Mixed or average reviews - based on 11 Critics

Critic score distribution:
  1. Positive: 5 out of 11
  2. Negative: 2 out of 11
  1. Reviewed by: Peter Rainer
    Jan 7, 2012
    Despite never having made a movie before, and utilizing comparatively primitive camera and recording equipment, Kurt and his son Ian crafted a movie unlike any other in the rock-doc genre.
User Score

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User score distribution:
  1. Positive: 1 out of 2
  2. Negative: 0 out of 2
  1. May 8, 2013
    First you must realize this a documentary. Second, you will probably be watching it because you enjoy John Mellencamp. And finally, you tend to watch rock n roll artists perform live. Well, this movie will help you realize all three in it's relatively short 86 minutes. So here's what makes it "better than the average" rock star documentary. John is so down to earth in life and certainly maintains his own character during the film. He challenges Kurt Markus to film the documentary. Markus had never done a feature film. To make it even more of a challenge, but in the name of simplicity, John wants it on 8mm film and tells Kurt that the film is "All about you." So Kurt hires his 21 hear old son Ian to help him and off we go.

    The journey takes you on tour with Mellencamp as he performs old hits as well as songs from the album, "No Better Than This (2010)". But what makes this movie simply wonderful is not just the music but Kurt Markus's narration. He admits that he has all this photography and audio equipment, but all he wants to do is write. It's his 62 years and mission to please John that he tells a story that allows his word and John's music to enhance the photography instead of the film attempting to enhance the music. It's sincere, passionate, and you feel his chills as they play in historic venues that represent the origins of rock, blues, and Americana. The moments spent at Sun Records in Memphis alone gave me goosebumps when Mellencamp gets excited about standing on the "X" where Elvis stood and recorded. And hearing John get all grumpy in the scene where he and the gang are recording in the same room as Robert Johnson.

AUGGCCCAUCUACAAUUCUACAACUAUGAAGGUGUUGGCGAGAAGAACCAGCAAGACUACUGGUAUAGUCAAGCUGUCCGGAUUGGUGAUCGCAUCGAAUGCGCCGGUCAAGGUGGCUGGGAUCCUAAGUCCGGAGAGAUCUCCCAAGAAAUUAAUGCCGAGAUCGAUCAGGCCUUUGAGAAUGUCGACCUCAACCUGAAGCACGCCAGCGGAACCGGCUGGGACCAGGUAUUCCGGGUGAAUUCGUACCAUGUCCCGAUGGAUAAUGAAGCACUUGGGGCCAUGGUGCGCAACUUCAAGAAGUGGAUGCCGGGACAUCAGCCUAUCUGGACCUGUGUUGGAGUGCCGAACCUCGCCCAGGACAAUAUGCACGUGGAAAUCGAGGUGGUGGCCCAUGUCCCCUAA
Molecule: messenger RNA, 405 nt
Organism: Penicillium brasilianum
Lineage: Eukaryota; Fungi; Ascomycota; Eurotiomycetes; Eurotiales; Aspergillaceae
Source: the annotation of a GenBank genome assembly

I did two things after watching this movie. I went in and pulled up songs by Robert Johnson and T Bone Burnett just to hear them play. Then the rest of the evening, I just listened to John Mellencamp. In my opinion a good documentary leaves you want to know even more this one earns my 8.
    Full Review »
  2. Jun 29, 2012
    It's About You, a doc following one of John Mellencamp's tours while he records a new album isn't so much a concert movie (which have been springing up more and more so in recent) as it is a trip across western America. Now I, who had little knowledge of Mellencamp before viewing the film, found the movie's focus to be directed much less on him and more on the grayscale shots of the trip shot through a Super 8 camera, which both makes it distinctive and hurts the documentary. It's About You is mostly not too bad otherwise, save for the narration by Markus. He comes off as humbled by the task before him, but also a bit too self-focused and uninteresting. If he had let the film play out without him, featuring only an opening narration, and focused solely on John, the film would have played out more audience-pleasing. It really shouldn't have been about him. Full Review »